POL201Y1 LECTURE 5 on February 5, 2013
ELECTORAL SYSTEM AND REPRESENTATION
Voting lodges sovereignty 'in the people'
-it legitimates government, leaders, and legislation
-obligates citizens to abide by government laws and policies
-it implies rights to criticize and you and I are responsible for government
-if you've participated in election, you can criticize within the government, not to overthrow the
-citizenship includes both rights and responsibilities to abide by the laws.
-voting elections and representation are features of modernization... it is not the direct democracy. We
have to move from direct democracy to represented democracy. As population has grown, we are
unable to apply direct democracy. The most common incident of direct democracy is the referendum. It
is submitted to public for rejection or approval. Ex. California: proposition 8. They need certain numbers
of partitions (signatures of public) to pass the policies. Most propositions are not that popular and well-
known, and it is difficult for people to think about certain issues. The purpose is to educate the public on
these issues. But, it is difficult to know what you should think about the public issues, and realize that
you would need represented democracy.
-in represented democracy, voters choose the leaders and these leaders make decisions on your behalf.
By this way, democracy is much easier.
-historically, democracy was extending the franchise and slow process. Different segments of population
were included in the franchise. Ex. male, white property owners were right to vote. We're excluding the
gender, race and class. But, property ownership (class) was diminished and it allowed white men to vote.
Then, race was disappeared. Finally, around ww1, many countries extended votes to women and
included all adult citizens.
-democratization has operated in this way,, gradual extension of franchise who were excluded along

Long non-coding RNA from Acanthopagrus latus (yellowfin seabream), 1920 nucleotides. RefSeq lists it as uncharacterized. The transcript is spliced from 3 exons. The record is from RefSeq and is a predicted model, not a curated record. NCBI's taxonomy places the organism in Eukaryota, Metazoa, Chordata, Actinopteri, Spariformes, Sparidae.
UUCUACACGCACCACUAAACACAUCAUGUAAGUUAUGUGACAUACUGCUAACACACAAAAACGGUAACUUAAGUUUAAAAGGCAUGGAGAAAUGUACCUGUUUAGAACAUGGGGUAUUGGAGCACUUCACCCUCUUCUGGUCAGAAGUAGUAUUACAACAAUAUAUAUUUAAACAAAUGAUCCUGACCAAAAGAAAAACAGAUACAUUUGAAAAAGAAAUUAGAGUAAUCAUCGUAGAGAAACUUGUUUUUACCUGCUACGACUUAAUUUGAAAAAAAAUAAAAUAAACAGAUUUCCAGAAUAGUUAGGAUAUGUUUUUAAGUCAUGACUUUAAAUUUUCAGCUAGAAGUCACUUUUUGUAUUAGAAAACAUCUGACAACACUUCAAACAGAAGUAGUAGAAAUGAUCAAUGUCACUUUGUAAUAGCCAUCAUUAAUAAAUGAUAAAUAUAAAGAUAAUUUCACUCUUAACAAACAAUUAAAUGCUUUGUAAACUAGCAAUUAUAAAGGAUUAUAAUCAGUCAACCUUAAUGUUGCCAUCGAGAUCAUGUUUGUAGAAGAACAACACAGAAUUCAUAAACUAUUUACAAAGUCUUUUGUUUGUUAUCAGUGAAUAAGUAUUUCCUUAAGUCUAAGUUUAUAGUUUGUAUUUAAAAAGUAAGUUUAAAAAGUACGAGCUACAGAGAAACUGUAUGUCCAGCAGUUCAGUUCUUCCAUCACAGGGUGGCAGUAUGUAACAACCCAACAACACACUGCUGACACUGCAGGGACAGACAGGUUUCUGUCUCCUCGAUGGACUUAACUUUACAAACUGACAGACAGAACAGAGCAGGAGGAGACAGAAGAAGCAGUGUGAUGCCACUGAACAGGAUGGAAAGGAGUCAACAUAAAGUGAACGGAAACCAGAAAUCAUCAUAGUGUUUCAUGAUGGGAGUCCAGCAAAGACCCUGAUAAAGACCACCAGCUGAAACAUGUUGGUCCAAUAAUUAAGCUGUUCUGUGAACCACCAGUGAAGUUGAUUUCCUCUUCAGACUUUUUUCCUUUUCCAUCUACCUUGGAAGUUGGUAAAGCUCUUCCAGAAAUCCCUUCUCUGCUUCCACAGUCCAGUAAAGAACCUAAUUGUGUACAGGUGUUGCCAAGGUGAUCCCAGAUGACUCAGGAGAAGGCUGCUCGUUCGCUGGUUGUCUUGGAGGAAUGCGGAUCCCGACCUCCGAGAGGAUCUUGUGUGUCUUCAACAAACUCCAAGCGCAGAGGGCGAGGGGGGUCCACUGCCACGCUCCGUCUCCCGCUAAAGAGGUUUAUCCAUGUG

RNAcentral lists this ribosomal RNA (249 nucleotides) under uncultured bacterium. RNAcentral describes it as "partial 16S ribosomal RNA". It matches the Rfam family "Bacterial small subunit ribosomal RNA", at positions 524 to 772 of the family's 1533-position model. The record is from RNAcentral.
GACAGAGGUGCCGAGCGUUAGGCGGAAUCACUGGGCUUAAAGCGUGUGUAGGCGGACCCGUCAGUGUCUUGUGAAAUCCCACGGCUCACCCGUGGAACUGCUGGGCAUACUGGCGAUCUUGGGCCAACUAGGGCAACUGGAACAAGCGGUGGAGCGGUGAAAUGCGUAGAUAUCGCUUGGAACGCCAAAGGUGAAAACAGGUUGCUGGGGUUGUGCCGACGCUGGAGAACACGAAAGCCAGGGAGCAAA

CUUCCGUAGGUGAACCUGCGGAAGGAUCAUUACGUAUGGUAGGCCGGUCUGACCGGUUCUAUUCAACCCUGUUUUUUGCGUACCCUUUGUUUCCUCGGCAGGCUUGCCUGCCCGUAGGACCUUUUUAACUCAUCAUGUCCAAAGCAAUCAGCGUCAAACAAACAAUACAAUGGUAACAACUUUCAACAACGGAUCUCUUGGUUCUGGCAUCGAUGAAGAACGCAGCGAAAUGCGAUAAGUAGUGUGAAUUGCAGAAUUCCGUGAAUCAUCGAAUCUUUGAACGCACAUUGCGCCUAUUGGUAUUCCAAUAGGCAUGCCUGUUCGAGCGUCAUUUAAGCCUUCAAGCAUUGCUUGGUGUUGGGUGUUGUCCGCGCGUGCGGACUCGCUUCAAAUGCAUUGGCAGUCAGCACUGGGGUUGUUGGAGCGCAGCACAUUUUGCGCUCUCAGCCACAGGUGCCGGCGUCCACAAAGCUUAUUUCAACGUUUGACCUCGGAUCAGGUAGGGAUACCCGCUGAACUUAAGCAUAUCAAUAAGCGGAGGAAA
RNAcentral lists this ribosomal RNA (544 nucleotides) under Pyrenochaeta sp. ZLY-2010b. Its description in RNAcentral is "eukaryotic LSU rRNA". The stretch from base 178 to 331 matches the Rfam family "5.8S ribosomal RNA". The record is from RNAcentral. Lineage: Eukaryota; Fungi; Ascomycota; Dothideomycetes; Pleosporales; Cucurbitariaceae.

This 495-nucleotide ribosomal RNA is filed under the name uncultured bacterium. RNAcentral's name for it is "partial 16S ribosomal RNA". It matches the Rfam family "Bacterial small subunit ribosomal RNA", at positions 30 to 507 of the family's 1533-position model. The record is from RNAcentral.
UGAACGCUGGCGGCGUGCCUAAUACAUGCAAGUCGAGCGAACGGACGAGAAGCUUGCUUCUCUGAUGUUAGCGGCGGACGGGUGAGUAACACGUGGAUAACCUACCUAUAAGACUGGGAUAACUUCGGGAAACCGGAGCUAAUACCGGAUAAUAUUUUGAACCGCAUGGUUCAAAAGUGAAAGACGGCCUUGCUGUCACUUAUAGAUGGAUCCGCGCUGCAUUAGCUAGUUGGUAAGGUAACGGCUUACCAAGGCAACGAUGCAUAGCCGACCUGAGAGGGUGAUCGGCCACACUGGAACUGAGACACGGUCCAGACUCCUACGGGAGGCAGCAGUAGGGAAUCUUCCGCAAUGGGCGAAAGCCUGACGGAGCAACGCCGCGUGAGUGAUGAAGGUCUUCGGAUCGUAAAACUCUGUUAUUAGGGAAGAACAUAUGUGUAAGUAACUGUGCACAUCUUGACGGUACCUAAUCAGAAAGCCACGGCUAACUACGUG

these lines: class, race and gender.
-but, it is no longer work in franchise. It is either democratic or it isn't. For example, in South Africa,
there were regular elections but they didn't consider it as democratic bc they didn't include non-white
people to vote.
Types of electoral systems -there is no electoral mechanisms that are completely neutral. It will be beneficial for particular groups
and disadvantageous for particular groups.
-none of electoral systems preclude the possibility that anyone can be won. It must include that any
groups could win. Elections have to provide uncertainty. Otherwise, it is not a valid electoral mechanism.
-there are 2 different types of electoral system: majoritarian and proportional representation.
-1993: 83/150 countries used majority ruled electoral system
-they're plurality system: party does not need majority to win the election. You need more than any
other party/ candidate (aka past-the-post system). It is winner-takes-all system. If you have a single seat,
you automatically have winner-takes-all system. Candidates with most votes win and others lose. There
is no way to divide one sit in proportional way.
-countries are divided into single member states: in Canada, we call it as 'ridings'. Each riding is
represented in a parliament.
-ridings are drawn to equalize based on population. "equal representation" in in-put side.
-a first past the post system over-represents the winning party -example: October 2008 election:
-winning party shares of seats will be higher than the popular vote.
-the spatial concentration is absolutely crucial.
-Canada has strong regional voting which becomes a problem. A party will do poorly if the party has the
spatial dispersed supports. Even if party has lots of popular support, if they don't have a spatial
concentration and support, they won't win the election.
-all you need is more votes than your opposite party. If you need 35% of votes but you won by 90% this
causes a problem bc 55% of votes are being wasted where they could be helpful in other ridings to win
-ex. majority black district.
-votes tend to be cl